Drugmakers shelled out twice as much for acquisitions in 2016 as they did in 2015—and it wasn’t because those buys were twice as valuable.
Cheap credit and an industrywide scramble to boost pipelines have together inflated the prices pharma’s paying, and that trend isn’t necessarily over. The median value of a pickup in 2016 was 39 times the takeover target's revenue, compared with 19 times revenue in 2015 and eight times in 2014, the Financial Times reports, citing an analysis from industry consultancy Novasecta.
Those figures, of course, don’t mean the actual number of pharma deals is up year-over-year. On the contrary, dealmaking slowed in 2016, in part because of the drug-pricing controversy—and high-profile tweets—that sent biotech valuations spiraling. That decline, in turn, sparked a reluctance among would-be targets to sell on the cheap.
That’s only made the competition fiercer for companies that are willing to talk takeover. Medivation, to name a glaring example, reportedly drew interest from Sanofi, Merck, Celgene, Gilead, Amgen, AstraZeneca and Novartis last year before being snapped up by Pfizer for a $14 billion sum that raised analysts’ eyebrows.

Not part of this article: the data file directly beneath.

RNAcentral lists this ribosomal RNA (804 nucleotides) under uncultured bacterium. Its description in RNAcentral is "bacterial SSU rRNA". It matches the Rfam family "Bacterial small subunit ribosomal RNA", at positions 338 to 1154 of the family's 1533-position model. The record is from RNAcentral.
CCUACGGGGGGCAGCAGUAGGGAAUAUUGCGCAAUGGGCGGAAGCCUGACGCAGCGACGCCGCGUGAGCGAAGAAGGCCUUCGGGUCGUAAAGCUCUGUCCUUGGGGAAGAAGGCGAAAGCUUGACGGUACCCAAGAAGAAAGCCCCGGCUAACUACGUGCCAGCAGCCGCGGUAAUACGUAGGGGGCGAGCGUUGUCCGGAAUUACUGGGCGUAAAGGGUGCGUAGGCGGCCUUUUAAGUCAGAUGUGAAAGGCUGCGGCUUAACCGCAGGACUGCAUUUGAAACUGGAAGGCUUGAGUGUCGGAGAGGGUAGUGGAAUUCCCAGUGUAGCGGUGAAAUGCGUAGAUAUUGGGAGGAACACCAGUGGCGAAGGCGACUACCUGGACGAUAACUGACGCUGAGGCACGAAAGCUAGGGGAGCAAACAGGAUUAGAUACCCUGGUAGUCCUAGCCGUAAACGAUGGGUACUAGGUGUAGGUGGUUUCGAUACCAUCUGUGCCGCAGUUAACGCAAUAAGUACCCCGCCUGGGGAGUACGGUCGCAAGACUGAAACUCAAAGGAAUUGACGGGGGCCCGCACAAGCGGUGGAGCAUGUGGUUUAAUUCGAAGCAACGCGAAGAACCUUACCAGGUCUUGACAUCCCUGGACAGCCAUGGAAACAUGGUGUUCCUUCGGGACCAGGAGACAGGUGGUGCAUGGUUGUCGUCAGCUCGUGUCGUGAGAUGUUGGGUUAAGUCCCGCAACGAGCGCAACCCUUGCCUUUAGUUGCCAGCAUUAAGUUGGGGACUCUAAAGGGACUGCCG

“People are taking more risk and paying for hope—they are paying for growth that cannot be assured,” Novasecta partner John Rountree told the FT.
The New York pharma giant is hardly alone in its dealmaking zeal, though, as recent events have shown. Last month, Sanofi—which came up empty in its hostile Medivation pursuit—saddled up for a reported $30 billion bid for Actelion before the Swiss biotech went back to original suitor Johnson & Johnson.
“Winning a bidding war when it comes to acquiring biopharmaceutical companies almost always equates to overpaying,” Bernstein analyst Tim Anderson remarked on that price. “These are not bragging rights.”
Meanwhile, some stateside companies could soon have an influx of cash to play with if U.S. President-elect Donald Trump eases the tax burden for those looking bring overseas stashes back home. And that repatriation tax holiday could further fuel the overpaying trend, especially for companies under pressure to lock up short-term growth, Rountree said.
"The pressure for companies to overpay for acquisitions that give short-term growth is intense, and the era of cheap capital has exacerbated this phenomenon," he said.
At least one analyst won’t be surprised if Pfizer ends up falling into that category. Hot sellers Ibrance, a cancer drug, and Prevnar 13, a pneumococcal vaccine, may not be able to keep their expansion rates going in already-penetrated markets, and competitors to Ibrance are on their way, too, Jefferies analyst Jeffrey Holford wrote in a research note last October.
“We believe that the environment for M&A is very competitive right now and there is a high risk that Pfizer may overpay for assets," Holford said.